nep-his New Economics Papers
on Business, Economic and Financial History
Issue of 2018‒09‒03
thirty papers chosen by

  1. From Convergence to Divergence: Portuguese Economic Growth, 1527-1850 By Nuno Palma; Jaime Reis
  2. Capabilities Accumulation and Development: What History Tells the Theory By Giovanni Dosi; Xiaodan Yu
  3. Representation Of The People: Franchise Extension And The "Sinn Féin Election" In Ireland, 1918 By Alan de Bromhead; Alan Fernihough; Enda Hargaden
  4. Ethnic Enclaves and Immigrant Outcomes: Norwegian Immigrants during the Age of Mass Migration By Katherine Eriksson
  5. Historic Sex-Ratio Imbalances Predict Female Participation in the Market for Politicians By Grant, Iris; Kesternich, Iris; Steckenleiter, Carina; Winter, Joachim
  6. The physical economy of France (1830-2015). The story of a parasite? By Nelo Magalhães; Jean-Baptiste Fressoz; François Jarrige; Gaëtan Levillain; Margot Lyautey; Thomas Le Roux; Guillaume Noblet; Christophe Bonneuil
  7. The Growth of the Italian Economy, 1861-1913: Revised Second-Generation Expenditure-Side Estimates By Fenoaltea, Stefano
  8. Kaldor and Piketty's Facts: the Rise of Monopoly Power in the United States By Gauti Eggertsson; Jacob Robbins
  9. “This one is 400 Libyan dinars, this one is 500”: Insights from Cognitive Human Capital and Slave Trade By Asongu, Simplice; Kodila-Tedika, Oasis
  10. The Technology Frontier and the Rise and Fall of Cities By Enrico Berkes; Marti Mestieri; Ricardo Dahis
  11. The Ethnic Segregation of Immigrants in the United States from 1850 to 1940 By Katherine Eriksson; Zachary A. Ward
  12. Economic Analysis of Education in Post-War America: New Insights from Theodore Schultz and John Kenneth Galbraith By Alexandre Chirat; Charlotte Le Chapelain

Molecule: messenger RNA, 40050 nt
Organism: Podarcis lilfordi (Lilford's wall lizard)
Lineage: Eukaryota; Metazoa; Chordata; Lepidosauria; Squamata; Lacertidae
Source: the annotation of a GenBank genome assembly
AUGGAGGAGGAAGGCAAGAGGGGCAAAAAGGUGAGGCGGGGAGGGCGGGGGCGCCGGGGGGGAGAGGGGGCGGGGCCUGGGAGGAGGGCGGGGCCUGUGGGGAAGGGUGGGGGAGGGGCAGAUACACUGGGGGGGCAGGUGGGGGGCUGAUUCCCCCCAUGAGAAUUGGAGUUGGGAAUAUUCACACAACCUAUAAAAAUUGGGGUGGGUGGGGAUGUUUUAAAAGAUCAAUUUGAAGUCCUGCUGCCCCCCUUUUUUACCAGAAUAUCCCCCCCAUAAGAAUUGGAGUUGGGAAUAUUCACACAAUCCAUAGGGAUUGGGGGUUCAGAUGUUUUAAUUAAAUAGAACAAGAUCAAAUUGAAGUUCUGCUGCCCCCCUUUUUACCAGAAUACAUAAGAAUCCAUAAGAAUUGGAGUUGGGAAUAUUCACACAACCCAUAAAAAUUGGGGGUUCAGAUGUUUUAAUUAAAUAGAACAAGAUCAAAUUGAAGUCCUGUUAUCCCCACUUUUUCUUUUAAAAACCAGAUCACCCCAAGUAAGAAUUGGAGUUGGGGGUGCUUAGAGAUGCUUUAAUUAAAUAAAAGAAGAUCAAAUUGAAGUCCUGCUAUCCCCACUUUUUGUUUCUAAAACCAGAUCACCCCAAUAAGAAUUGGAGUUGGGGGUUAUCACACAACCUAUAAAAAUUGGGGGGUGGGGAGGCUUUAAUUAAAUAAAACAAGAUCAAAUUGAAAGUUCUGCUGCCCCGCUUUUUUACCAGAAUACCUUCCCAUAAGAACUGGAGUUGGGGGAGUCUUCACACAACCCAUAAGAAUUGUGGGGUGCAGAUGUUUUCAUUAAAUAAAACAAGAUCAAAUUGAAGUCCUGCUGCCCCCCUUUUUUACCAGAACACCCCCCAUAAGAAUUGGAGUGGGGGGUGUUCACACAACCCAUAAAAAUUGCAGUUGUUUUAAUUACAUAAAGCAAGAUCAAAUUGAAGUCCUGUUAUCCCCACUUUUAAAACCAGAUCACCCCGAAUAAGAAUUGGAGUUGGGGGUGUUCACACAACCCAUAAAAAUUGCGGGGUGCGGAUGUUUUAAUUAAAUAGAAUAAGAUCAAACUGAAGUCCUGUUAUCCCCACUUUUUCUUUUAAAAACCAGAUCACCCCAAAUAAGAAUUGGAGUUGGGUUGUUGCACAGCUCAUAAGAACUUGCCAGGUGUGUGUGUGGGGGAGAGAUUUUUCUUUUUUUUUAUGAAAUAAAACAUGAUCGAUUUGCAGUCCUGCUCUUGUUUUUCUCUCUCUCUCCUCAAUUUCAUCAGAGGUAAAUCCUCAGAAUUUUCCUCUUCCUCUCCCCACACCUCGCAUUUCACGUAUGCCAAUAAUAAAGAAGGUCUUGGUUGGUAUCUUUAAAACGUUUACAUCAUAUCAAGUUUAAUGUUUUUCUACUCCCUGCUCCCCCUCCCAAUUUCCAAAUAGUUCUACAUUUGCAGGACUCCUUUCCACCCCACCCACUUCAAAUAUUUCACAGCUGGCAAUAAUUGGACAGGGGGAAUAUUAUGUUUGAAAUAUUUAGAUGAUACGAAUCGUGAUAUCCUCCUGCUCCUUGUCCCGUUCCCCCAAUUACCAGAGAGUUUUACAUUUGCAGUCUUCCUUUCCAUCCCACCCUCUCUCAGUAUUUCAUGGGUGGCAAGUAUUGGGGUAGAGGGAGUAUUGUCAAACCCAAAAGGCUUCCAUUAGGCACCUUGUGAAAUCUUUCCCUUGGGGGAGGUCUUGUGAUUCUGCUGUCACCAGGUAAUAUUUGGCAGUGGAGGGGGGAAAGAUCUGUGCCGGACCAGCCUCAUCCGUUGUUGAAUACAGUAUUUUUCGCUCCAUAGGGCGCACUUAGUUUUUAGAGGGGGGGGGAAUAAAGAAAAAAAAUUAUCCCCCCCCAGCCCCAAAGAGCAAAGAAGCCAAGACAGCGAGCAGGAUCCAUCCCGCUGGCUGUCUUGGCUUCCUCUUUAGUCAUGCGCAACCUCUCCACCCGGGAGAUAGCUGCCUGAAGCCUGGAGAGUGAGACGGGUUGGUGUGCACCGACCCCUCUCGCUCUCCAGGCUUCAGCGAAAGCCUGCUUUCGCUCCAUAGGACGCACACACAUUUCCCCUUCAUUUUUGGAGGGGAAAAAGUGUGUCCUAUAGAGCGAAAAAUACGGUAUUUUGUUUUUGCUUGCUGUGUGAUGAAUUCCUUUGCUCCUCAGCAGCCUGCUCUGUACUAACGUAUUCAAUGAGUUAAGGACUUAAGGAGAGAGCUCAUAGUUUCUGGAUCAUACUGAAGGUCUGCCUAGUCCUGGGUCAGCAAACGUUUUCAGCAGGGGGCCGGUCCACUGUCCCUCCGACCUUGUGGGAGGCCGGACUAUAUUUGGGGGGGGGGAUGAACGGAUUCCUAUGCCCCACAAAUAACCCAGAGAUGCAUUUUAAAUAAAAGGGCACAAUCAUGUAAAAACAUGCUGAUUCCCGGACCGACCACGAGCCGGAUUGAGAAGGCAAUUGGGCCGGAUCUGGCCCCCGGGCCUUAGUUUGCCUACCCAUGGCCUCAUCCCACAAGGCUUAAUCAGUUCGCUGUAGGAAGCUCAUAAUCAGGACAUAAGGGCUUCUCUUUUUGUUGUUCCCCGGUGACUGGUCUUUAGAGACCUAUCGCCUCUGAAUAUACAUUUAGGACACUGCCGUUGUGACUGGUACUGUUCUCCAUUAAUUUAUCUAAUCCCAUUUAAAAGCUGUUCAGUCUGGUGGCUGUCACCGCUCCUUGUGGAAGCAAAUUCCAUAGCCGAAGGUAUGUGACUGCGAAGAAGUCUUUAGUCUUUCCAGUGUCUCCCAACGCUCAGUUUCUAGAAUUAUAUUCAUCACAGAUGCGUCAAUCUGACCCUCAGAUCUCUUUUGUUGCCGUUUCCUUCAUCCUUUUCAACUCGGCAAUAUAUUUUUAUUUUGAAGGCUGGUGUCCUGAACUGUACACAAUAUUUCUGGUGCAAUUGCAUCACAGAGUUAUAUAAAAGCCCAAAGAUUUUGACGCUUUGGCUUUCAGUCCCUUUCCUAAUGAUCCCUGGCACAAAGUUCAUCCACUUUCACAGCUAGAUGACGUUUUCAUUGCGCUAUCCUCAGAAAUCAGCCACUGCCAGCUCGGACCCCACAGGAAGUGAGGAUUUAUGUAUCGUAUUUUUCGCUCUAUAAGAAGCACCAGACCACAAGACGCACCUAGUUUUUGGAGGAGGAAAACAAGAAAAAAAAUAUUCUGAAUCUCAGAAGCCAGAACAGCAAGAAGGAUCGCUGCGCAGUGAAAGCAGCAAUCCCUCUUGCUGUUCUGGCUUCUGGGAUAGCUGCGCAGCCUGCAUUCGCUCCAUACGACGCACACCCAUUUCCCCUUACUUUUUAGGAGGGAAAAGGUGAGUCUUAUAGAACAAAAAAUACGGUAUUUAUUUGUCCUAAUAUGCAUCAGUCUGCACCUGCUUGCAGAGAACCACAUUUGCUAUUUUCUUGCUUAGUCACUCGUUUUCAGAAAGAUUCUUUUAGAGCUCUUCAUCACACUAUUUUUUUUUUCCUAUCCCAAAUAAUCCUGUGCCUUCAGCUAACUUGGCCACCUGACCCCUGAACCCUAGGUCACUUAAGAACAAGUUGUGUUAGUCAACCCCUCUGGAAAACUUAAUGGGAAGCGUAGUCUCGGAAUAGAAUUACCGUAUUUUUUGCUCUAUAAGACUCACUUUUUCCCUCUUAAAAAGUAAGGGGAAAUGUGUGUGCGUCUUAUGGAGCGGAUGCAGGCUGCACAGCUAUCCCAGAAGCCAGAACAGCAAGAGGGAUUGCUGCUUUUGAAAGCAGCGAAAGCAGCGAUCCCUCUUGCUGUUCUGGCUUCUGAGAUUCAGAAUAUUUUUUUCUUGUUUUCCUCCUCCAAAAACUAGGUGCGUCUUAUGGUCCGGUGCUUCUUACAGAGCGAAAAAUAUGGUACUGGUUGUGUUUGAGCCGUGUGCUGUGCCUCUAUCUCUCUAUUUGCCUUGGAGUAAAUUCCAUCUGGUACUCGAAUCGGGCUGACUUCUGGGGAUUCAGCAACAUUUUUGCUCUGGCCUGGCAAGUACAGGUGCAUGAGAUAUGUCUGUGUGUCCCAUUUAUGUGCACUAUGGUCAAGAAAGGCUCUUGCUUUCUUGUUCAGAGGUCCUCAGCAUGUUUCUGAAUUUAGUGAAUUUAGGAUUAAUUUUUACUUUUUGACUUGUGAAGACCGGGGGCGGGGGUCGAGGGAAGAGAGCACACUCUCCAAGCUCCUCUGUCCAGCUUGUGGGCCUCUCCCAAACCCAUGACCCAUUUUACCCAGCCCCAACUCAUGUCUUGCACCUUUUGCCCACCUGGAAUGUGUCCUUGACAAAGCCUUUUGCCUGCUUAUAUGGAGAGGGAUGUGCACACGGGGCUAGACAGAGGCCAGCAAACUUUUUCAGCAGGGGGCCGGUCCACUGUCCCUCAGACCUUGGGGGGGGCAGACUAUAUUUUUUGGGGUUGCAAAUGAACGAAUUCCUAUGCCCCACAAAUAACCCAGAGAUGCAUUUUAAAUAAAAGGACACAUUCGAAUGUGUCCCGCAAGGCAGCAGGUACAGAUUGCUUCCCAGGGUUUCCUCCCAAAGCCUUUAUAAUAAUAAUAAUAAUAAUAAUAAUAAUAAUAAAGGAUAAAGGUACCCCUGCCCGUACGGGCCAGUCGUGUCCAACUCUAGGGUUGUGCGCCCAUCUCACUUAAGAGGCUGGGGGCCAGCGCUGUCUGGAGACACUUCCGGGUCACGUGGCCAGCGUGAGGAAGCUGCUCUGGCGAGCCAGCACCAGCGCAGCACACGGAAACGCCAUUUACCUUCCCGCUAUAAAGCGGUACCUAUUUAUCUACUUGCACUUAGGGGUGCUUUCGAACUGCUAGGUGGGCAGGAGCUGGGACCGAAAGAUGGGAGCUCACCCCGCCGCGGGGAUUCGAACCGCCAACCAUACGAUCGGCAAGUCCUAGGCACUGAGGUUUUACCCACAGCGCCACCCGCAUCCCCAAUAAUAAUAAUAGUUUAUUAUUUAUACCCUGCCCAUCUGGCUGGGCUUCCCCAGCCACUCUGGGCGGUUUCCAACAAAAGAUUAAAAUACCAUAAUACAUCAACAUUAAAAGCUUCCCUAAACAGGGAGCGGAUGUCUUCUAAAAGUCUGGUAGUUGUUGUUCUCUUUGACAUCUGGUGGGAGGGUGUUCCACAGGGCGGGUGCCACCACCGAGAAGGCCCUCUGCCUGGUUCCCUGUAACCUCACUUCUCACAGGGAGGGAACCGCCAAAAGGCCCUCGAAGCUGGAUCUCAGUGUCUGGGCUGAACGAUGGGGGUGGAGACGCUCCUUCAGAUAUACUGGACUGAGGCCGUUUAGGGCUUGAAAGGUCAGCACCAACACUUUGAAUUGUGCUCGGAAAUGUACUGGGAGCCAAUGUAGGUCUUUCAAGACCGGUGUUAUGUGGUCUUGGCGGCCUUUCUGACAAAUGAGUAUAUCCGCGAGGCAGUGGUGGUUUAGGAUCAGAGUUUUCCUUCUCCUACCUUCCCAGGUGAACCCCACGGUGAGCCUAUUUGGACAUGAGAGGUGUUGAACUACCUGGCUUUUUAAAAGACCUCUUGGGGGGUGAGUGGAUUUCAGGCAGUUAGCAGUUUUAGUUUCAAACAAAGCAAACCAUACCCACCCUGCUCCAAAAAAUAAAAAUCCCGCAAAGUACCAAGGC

13. International Spillovers of Monetary Policy: Evidence from France and Italy By Vincent Bignon; Cecilia Garcia-Peñalosa
  14. Educación superior y crecimiento económico en Colombia (1971-2016): una relación de cointegración. By Barón Ortegón, Brayan Alexander
  15. The Curious Incident of Luxury Imports during the Top-Income Surge By Stephanie Houle; Pau S. Pujolas; Michael R. Veall
  16. Time-Varying Predictability of Oil Market Movements Over a Century of Data: The Role of US Financial Stress By Rangan Gupta; Patrick Kanda; Aviral Kumar Tiwari; Mark E. Wohar
  17. The Role of Monetary Policy Uncertainty in Predicting Equity Market Volatility of the United Kingdom: Evidence from over 150 Years of Data By Rangan Gupta; Mark E. Wohar
  18. A History of the Bank of Japan, 1882-2016 By Masato Shizume
  19. External debts and real exchange rates in developing countries: evidence from Chad. By Kouladoum, Jean-Claude
  20. The Changing (Dis-)Utility of Work By Greg Kaplan; Sam Schulhofer-Wohl
  21. Algunos aspectos de los fundamentos de la tributación By Isidro Hernández Rodríguez
  22. The Impact of Government Spending on GDP in a Remitting Country By Al-Abri, Almukhtar; Genc, Ismail H.; Naufal, George S
  23. Did the 1980s in Latin America Need to Be a Lost Decade? By Victor Leão Borges de Almeida; Carlos Esquivel; Juan Pablo Nicolini; Timothy Kehoe
  24. Conceptualization and Climate for New Deal Farm Laws of the 1930s By Breimyer, Harold F.
  25. The formalization of banking supervision: A comparison between Japan and Sweden By Hotori, Eiji; Wendschlag, Mikael
  26. The Heterogeneous Effects of Government Spending : It’s All About Taxes By Axelle Ferrière; Gaston Navarro
  27. The Big Bang: Stock Market Capitalization in the Long Run By Dmitry Kuvshinov; Kaspar Zimmermann
  28. Економски односи Србије и Румуније на почетку 21. века и могућности унапређења By Bukvić, Rajko; Pajović, Ivan
  29. Shareholder Protection, Stock Markets and Cross-Border Mergers By Frederick S. Ahiabor; Gregory A. James; Frank O. Kwabi; Mathias M. Siems; Centre for Business Research
  30. The Six Linkages between Foreign Direct Investment, Domestic Investment, Exports, Imports, Labor Force and Economic Growth: New Empirical and Policy Analysis from Nigeria By Bakari, Sayef; Mabrouki, Mohamed; Othmani, Abdelhafidh